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America Is Stuck With the Death Penalty for (At Least) a Generation

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With Justice Anthony Kennedy's retirement, the national fight to abolish capital punishment will have to go local.
When the Supreme Court revived capital punishment in 1976, just four years after de facto abolishing it, the justices effectively took ownership of the American death penalty and all its outcomes. They have spent the decades since then setting its legal and constitutional parameters, supervising its general implementation, sanctioning its use in specific cases, and brushing aside concerns about its many flaws.
That unusual role in the American legal system is about to change. With Justice Anthony Kennedy’s retirement from the court this summer, the Supreme Court will lose a heterodox jurist whose willingness to cross ideological divides made him the deciding factor in many legal battles. In cases involving the Eighth Amendment’s prohibition against cruel and unusual punishment, his judgment often meant the difference between life and death for hundreds of death-row pr…

ILGA 2017 Report: A Quarter Of The World’s Population Thinks Gay People Should Be In Prison

Indonesia's Aceh province: 80 strokes of the cane for having gay sex
A new report from the International LGBTI Association reveals troubling attitudes on the global level.

Homosexuality is illegal in some 72 countries worldwide, but a new study suggests that number would be significantly higher if everyday citizens had their way.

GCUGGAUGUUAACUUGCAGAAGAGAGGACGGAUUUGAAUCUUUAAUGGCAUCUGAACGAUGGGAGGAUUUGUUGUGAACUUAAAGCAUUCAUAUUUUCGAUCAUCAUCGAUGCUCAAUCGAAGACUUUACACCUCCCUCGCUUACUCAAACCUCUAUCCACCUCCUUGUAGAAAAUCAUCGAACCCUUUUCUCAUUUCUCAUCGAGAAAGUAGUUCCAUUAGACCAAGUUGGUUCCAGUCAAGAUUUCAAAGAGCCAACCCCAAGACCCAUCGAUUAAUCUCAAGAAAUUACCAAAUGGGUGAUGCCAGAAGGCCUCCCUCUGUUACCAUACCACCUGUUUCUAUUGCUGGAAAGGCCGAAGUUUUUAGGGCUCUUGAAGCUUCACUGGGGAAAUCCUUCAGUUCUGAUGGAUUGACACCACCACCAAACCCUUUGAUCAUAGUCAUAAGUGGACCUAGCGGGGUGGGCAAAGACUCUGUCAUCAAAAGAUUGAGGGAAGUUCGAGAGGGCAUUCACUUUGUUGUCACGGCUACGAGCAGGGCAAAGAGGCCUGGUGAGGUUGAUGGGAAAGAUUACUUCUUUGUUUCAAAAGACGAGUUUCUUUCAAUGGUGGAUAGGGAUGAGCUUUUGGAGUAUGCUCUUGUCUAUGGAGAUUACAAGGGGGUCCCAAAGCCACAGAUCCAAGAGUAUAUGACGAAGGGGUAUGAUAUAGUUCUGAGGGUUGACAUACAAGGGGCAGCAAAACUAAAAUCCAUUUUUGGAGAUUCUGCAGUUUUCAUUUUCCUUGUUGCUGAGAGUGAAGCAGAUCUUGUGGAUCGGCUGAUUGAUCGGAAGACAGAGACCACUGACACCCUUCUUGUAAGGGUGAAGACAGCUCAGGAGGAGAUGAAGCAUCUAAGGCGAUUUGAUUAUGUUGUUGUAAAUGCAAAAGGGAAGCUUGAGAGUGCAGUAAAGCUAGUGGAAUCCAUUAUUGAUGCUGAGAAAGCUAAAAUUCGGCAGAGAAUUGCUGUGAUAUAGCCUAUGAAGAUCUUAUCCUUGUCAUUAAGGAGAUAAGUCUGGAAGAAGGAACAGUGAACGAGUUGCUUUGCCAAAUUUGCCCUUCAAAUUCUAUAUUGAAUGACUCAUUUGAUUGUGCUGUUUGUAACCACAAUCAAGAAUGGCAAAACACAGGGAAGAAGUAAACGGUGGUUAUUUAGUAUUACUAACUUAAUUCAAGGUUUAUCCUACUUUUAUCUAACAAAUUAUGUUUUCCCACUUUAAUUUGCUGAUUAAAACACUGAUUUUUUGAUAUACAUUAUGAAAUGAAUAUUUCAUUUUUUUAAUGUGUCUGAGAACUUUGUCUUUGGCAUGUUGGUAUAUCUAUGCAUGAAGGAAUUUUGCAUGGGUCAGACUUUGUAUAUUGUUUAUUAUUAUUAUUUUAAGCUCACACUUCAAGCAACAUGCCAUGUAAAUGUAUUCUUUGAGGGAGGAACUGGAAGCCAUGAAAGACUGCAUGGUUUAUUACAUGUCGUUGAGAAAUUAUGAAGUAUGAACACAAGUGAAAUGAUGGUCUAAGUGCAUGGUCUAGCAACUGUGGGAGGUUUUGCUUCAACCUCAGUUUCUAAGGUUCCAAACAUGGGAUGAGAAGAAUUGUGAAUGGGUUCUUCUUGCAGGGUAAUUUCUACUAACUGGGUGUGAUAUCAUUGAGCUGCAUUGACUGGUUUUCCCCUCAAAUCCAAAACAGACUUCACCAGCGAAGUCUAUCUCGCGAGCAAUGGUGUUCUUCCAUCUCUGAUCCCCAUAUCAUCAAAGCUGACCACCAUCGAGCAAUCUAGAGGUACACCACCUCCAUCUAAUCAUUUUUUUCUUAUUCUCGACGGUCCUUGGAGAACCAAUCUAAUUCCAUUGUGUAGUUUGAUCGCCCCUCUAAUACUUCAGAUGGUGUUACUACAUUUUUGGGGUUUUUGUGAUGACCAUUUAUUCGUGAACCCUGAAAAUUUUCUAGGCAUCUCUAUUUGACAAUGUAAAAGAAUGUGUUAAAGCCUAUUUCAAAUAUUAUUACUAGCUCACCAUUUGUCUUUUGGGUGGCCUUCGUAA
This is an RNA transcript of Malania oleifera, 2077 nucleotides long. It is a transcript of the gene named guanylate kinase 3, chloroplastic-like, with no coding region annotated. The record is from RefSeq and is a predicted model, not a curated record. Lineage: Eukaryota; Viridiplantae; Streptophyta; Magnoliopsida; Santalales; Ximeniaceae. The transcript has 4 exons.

The International LGBTI Association (ILGA)’s 2017 Global Attitudes Survey found that about one-fourth of the world’s population believes homosexual behavior should be a criminal offense.

Of course that percentage fluctuated greatly among the 77 countries and territories surveyed: In the U.S. and Canada, for example, only about 19% favor criminalizing same-sex behavior. In Australia, it’s just 15%.

In the the Middle East, the average was much higher: 36%. And overall, in the 15 African countries surveyed, 45% agreed with keeping legal prohibitions on homosexuality. 

A different survey indicated that in Nigeria, where sex acts between men carry a maximum penalty of 14 years in prison, 90% of the population supported keeping the ban.

The full report, conducted in partnership with Viacom, Logo and SAGE, is the largest investigation of its kind, reaching more than 116,000 subjects and delving into a variety of views and experiences.

The data also suggests solutions need to come both on the political and the personal front: Of those who supported laws against homosexuality, for example, only 25% stated they actually knew a gay person.

“Knowing someone in these communities has significant positive effect on attitudes towards them,” says report co-author Aengus Carroll. “At the global level, 41% of respondents know someone who is romantically attracted to people of the same sex, and 35% of respondents directly know someone who dresses, acts or identifies as another sex than the one they were born… When people know each other first-hand, a destigmatizing effect can be produced, and that counters the stereotyping too often perpetuated by religious and political leaders and the media.”

Source: New Now Next, Dan Avery, Nov. 2, 2017


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"One is absolutely sickened, not by the crimes that the wicked have committed,
but by the punishments that the good have inflicted." -- Oscar Wilde

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